Re: Empathy: No protocol installed

(Shaun, you get double mail, I forgot to reply all. Sorry guys.)


2009/8/24 Shaun McCance <shaunm gnome org>:
> If you don't have any Telepathy backends installed,
> the Accounts dialog gives tells you this:
>  No protocol installed
>  To add a new account, you first have to install
>  a backend for each protocol you want to use.

good catch... I happen to have all the protocols installed, and Ubuntu
has some of those protocols as default.

> Should we add a page for this?

Yes, I think we need to add a page about that.

> Is this something
> we can even talk about in a generic way, or is it
> too distro-dependent?  Are enough distros using
> PackageKit that we can talk about that?
> I suspect most distros install at least the Jabber
> backend by default, if they install Empathy, so
> this error is probably rare.  But we might need
> generic instructions for installing backends to
> reference from pages for IRC or other protocols
> that might not have backends installed by default.

I have been looking at the packages naming convention of three
distros: Debian [1], Ubuntu [2] and Fedora [3].

Those three distros use the same package name for all telepathy stuff, namely:

telepathy-salut (Salut support)
telepathy-gabble (XMPP/Jabber support)
telepathy-idle (IRC support)
telepathy-sofiasip (SIP support)
telepathy-butterfly (MSN support)
telepathy-haze (support for Pidgin libpurple)

I don't know if we can generalize and use those names in the help,
since there might be a distro that has a different naming scheme.

Ubuntu has a telepathy-gnome package that should install all the
necessary, didn't find it in Debian nor in Fedora.

Anyway, I wouldn't rely solely on the package name, what I would
really like to see here is downstream plugging into the documentation
what they need in order to address the differences that exists between
upstream and them.

2009/8/24 Shaun McCance <shaunm gnome org>:
> All right, this makes me think of something else.  Going
> forward, is there a way we could have a set of pages we
> expect distros to provide?  So we could say something
> like this:
>  See <link xref="gnome-desktop-help#installing-packages"/>
>  for information on installing packages.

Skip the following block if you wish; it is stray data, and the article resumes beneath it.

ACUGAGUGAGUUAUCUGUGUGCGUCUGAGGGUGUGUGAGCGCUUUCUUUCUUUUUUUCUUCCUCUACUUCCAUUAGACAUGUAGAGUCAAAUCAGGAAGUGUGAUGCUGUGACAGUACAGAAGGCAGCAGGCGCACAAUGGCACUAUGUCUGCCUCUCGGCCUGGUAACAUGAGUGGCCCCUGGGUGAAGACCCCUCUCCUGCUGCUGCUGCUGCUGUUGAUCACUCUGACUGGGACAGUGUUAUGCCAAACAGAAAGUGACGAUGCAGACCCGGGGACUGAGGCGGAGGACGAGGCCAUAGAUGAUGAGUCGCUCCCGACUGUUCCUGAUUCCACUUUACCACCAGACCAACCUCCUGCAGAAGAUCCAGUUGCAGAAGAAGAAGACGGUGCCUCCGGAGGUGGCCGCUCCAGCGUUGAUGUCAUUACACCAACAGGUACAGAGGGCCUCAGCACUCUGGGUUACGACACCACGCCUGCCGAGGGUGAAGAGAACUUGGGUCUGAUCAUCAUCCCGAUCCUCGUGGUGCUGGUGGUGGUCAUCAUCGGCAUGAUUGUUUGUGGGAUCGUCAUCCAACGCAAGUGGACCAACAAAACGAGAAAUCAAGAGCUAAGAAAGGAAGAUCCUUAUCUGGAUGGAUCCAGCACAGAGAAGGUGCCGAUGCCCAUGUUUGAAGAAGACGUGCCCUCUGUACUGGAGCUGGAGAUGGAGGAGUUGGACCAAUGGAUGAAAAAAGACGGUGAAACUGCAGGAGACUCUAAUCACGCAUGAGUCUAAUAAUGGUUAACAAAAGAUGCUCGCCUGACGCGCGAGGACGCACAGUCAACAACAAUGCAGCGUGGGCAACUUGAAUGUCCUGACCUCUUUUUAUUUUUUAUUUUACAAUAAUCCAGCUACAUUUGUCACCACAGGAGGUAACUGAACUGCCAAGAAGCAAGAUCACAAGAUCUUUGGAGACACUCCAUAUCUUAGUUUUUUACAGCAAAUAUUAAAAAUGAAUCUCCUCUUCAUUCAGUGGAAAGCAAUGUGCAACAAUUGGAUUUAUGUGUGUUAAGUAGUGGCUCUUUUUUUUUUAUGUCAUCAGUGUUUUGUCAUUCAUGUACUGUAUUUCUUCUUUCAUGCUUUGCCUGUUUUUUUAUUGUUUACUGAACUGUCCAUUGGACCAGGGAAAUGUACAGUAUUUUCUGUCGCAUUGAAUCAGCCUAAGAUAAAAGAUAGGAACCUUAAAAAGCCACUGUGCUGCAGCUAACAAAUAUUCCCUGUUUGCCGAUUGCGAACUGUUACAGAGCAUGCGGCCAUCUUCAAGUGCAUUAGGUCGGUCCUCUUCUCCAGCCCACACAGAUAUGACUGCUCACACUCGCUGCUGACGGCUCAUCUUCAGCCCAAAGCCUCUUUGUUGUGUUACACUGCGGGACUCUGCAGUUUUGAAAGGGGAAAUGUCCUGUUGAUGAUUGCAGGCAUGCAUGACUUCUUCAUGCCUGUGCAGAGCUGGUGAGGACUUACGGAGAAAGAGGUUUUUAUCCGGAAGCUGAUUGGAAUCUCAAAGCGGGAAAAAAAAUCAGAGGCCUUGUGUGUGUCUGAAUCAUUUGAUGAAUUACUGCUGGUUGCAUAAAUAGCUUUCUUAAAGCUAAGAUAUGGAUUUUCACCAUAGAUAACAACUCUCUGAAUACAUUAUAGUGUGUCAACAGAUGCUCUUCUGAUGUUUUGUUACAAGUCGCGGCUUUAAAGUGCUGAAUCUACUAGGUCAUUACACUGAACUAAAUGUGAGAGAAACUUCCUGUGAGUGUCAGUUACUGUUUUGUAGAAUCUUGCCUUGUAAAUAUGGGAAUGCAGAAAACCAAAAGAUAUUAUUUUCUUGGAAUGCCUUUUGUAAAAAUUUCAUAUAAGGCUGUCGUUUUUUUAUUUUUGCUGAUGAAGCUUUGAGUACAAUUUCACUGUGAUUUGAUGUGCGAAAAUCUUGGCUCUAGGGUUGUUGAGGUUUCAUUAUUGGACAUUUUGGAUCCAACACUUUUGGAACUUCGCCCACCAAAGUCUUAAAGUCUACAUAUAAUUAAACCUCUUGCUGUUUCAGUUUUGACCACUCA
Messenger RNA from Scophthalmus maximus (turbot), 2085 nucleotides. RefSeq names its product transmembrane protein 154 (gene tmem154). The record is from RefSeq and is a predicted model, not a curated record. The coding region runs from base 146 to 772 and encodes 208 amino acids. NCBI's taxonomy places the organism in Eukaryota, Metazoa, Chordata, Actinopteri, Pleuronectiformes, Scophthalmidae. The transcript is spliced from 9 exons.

> And we wouldn't provide the installing-packages page,
> because we can't, but it's an extension page that we
> expect distros to provide.

I really love the idea.

What I'm thinking of right now is how Ubuntu ships GNOME
documentation: it's kind of a separate set of documents. If you browse
Ubuntu docs you have the Ubuntu specific docs, plus a couple of
sections where GNOME user guide sections are linked, but they are not
really part of the same set of docs. Sometimes they feel separate and
there might be differences in the way they are written. Ubuntu has an
"installing-package" topic, a rather big one too. Maybe they would
like to link that one instead of the GNOME specific one, or they might
need to rethink that section.

There might also be translations problems: some distros don't touch
upstream translations, in this specific case Ubuntu does handle g-u-g
translations because it has been customized, I don't know other
distros how they handle such things, or how they ship upstream docs
and all that stuff (does Fedora ship the g-u-g?).

> Maybe we should provide those pages with crappy stub
> content, and tag them in some way to say "Hey, distros,
> replace me!"  And they could grep for that tag.

I think we should provide a stub page that distros need to take care
of, but what about distros that rely only on upstream documentation or
that don't have an active documentation team (or a translation team)?
Can we have a way to hide those pages by default? (maybe using
revision and status: if status != review|final|complete don't show it;
if  there's no revision, show it by default; downstream should then
take care of modifying that value).

Don't take me wrong, I really really love this idea. Those are the
problems that I think we might face implementing it, but I'm also of
the idea that if we want to give users the best experience ever, we
need to go on with our ideas.



Milo Casagrande <milo casagrande name>

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